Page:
And then there was this:
“The individual mandate I thought was atrocious, was wrong and shouldn’t have been in Obamacare at all,” he said. “I don’t think your government should tell you to buy something that you can’t afford. And if you can’t afford it you pay a fine. Yet 90,000 Nevadans pay the fine.” — Senator Dean Heller
Let’s start with the assumption that Senator Dean Heller is a capitalist, a firm believer in the free market system. He’s certainly reinforced this impression given any occasion to do so. So, why was there an “individual mandate” in the Affordable Care Act? — The answer is capitalism.
The more precise answer is the “adverse selection” problem in free markets. The most concise explication I’ve found for this comes from the Economist’s View:
“To explain how the adverse selection problem arises in these markets, note that people purchasing health insurance generally have better information about their health status than the people selling the insurance. If insurance is offered in this market at somewhere near the average cost of care for the group, people will use the superior information they have about their own health status to determine if this is a good deal for them. All of the people expecting to pay less for health care than the price the companies are asking for the insurance will drop out of the market (the young and healthy for the most part; all that is actually needed is that some people are willing to take a chance and go without insurance). With the relatively healthy people dropping out of the insurance pool, the price of insurance must go up, and when it does, more people drop out, the price goes up again, and the result is just like in the used car example above: The market breaks down and nobody (or hardly anybody) can purchase insurance.”
Now, if a person is reasonably conversant with capitalism and the patterns intrinsic to the operation of free markets, then the problem of ‘adverse selection’ should be part of that person’s lexicon. Granted it’s not an easy thing to explain, but the Economist’s View post quoted above offers the “used car” analogical example which makes the concept more accessible. Therefore, if Senator Heller is indeed a capitalist, and if he has better that average economic knowledge base, then his explanation of his opposition to the individual mandate makes absolutely no sense whatsoever.
There’s also the political side of the issue, recall that Obama’s original plan didn’t contain an individual mandate while Secretary Clinton’s proposal did, and the result:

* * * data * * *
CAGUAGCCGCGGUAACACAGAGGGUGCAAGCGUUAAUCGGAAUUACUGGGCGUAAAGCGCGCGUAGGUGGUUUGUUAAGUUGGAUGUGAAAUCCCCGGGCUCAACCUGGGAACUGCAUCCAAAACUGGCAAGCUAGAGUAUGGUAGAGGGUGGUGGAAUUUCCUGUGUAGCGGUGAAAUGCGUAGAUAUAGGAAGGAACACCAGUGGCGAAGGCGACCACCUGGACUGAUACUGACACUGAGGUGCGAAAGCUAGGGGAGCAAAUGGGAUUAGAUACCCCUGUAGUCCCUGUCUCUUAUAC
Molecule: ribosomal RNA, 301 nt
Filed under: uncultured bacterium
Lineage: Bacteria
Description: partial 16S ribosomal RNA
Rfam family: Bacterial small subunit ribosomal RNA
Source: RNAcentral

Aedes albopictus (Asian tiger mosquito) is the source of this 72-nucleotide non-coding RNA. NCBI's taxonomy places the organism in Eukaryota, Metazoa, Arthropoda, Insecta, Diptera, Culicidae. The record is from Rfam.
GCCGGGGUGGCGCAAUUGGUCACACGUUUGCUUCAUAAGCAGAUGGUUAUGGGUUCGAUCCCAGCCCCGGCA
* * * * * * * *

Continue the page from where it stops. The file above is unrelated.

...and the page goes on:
“Once elected, Obama quickly recognized the inescapable truth: An individual mandate was essential to make the plan work. Without that larger pool of premium-payers, there is no feasible way to require insurance companies to cover all applicants and charge the same amount, regardless of their heath status.” [WaPo]
There’s just no way to get around the problem of Adverse Selection, and still have an insurance system based on free market capitalism.
Those still unsure about their understanding of Adverse Selection and how it operates in a free market system may want to consult some of the following sources: Investopedia is a good source for short, concise, definitions of economic terms such as Adverse Selection. The Economic Times also has a dictionary style definition. Risk Management specialists have a more technical definition. Those wishing to dive a bit deeper into the weeds might want to see the World Bank’s explication. There’s also an explanation from the National Association of Insurance Commissioners which goes into greater depth. (pdf)
Granted the individual mandate isn’t popular — that part is easy — but anyone who professes to be a free market capitalist (as does Senator Heller) can’t ignore the principle of Adverse Selection and how that concept impacts the insurance markets.
The alternatives to a purely market based insurance system in which the most people possible can obtain health insurance at relatively affordable rates are problematic for the free-marketeers. A public option (federally sponsored insurance program operating in the general market) is one possibility. Another alternative simply removes the free from free market — the single payer, or Medicare for All proposal, in which public insurance pays for medical services delivered in the private market. At the furthest end of the spectrum would be nationalized medical health services such as the British or French systems. The arguments for and against each of these are ideological and political, and not necessarily relevant to the discussion of free market based health care delivery. However, they do mitigate, from divergent directions, the issue of Adverse Selection.
The problem for Senator Heller is that he can maintain his free market positions OR he can oppose the individual mandate, but in light of the persistent and perpetual issue of Adverse Selection he can’t do both.